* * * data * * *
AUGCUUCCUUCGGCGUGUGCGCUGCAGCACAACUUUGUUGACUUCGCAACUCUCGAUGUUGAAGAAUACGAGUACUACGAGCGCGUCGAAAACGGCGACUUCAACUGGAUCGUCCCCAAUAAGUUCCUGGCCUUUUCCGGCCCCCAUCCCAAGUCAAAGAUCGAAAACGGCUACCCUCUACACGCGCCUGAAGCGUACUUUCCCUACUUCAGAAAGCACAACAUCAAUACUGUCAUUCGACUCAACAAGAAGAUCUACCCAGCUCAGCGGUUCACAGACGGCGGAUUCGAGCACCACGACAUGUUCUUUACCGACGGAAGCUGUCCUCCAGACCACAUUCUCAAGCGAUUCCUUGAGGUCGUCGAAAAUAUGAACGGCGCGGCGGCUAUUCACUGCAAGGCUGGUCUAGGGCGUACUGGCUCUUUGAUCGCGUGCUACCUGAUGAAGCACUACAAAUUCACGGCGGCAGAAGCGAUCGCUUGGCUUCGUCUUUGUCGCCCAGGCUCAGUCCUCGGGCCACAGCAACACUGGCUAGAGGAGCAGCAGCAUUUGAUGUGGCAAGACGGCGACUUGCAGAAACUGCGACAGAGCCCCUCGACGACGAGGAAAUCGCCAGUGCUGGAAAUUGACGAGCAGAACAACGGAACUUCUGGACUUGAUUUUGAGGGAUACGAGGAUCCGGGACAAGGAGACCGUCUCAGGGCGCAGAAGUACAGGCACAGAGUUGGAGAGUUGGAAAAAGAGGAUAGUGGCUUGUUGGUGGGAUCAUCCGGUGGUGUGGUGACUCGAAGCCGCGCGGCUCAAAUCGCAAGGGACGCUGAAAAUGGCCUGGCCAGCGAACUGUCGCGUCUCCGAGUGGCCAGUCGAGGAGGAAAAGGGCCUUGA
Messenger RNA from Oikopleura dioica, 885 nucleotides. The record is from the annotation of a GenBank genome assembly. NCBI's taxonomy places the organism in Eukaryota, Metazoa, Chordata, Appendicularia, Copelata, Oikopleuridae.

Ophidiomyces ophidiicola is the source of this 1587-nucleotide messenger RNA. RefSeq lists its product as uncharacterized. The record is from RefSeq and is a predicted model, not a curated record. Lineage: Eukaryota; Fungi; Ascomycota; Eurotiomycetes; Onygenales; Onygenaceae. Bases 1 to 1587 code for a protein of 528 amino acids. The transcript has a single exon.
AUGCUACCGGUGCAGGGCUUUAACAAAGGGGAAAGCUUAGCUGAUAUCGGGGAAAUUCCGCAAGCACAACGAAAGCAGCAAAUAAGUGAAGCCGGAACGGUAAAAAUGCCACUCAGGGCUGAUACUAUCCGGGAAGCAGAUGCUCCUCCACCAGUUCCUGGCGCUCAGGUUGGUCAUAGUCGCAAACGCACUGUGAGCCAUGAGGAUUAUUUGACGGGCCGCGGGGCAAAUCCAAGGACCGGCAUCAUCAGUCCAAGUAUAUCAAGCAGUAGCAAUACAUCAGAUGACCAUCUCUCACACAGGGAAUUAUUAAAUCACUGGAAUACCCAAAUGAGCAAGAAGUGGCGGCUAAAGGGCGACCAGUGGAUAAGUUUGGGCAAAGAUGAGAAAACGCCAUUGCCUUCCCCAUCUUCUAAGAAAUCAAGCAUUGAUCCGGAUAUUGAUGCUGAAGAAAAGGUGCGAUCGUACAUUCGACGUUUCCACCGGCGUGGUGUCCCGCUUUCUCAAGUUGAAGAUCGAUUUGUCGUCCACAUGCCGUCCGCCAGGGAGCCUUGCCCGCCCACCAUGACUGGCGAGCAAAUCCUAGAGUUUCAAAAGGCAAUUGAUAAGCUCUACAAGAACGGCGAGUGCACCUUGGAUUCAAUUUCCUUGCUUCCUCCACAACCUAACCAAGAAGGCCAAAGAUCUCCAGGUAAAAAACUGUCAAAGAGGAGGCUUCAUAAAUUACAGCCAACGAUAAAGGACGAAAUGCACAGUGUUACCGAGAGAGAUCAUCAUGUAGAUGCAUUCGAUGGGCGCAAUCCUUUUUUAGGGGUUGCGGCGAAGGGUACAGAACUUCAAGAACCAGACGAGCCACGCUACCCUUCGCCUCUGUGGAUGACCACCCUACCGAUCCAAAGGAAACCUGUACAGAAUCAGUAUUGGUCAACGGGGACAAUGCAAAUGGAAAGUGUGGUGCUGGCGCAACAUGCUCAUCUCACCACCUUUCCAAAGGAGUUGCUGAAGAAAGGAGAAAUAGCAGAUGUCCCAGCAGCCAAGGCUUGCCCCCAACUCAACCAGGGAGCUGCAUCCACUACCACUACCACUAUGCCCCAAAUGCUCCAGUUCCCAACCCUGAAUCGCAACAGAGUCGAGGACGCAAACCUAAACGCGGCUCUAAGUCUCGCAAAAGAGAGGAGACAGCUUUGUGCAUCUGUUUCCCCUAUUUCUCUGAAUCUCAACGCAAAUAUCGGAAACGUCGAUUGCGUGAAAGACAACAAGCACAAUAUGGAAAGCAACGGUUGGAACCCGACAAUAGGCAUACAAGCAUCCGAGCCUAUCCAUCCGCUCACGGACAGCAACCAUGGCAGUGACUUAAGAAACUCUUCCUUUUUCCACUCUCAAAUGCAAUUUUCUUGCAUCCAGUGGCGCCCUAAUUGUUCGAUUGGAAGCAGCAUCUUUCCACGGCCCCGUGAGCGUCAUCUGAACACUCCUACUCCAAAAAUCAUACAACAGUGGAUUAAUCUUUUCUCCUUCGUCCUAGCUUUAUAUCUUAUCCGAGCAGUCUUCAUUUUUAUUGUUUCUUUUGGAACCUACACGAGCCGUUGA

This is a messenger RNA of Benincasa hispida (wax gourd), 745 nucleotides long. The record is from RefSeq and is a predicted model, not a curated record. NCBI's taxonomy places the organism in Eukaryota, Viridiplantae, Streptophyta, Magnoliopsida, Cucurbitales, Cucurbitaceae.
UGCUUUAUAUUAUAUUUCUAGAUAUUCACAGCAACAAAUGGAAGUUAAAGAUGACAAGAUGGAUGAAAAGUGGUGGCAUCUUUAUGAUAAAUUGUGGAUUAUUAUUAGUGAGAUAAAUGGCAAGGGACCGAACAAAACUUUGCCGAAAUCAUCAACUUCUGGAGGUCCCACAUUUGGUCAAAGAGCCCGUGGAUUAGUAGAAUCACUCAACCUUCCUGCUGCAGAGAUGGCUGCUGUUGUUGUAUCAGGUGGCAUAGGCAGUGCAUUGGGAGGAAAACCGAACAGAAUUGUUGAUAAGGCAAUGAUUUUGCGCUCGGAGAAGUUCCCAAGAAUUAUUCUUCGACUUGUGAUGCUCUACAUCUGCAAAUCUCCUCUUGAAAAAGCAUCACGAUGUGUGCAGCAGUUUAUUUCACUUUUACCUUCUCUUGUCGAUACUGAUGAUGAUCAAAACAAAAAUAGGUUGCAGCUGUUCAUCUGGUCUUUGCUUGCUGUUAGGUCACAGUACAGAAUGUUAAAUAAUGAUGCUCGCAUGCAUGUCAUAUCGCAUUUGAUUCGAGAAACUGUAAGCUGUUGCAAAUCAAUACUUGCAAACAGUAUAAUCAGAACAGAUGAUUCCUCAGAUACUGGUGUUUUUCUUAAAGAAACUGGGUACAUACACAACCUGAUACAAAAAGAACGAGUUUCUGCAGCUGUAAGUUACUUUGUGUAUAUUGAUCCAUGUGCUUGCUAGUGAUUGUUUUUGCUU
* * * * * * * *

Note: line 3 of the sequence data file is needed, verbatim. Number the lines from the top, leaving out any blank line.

Ophidiomyces ophidiicola is the source of this 1587-nucleotide messenger RNA. RefSeq lists its product as uncharacterized. The record is from RefSeq and is a predicted model, not a curated record. Lineage: Eukaryota; Fungi; Ascomycota; Eurotiomycetes; Onygenales; Onygenaceae. Bases 1 to 1587 code for a protein of 528 amino acids. The transcript has a single exon.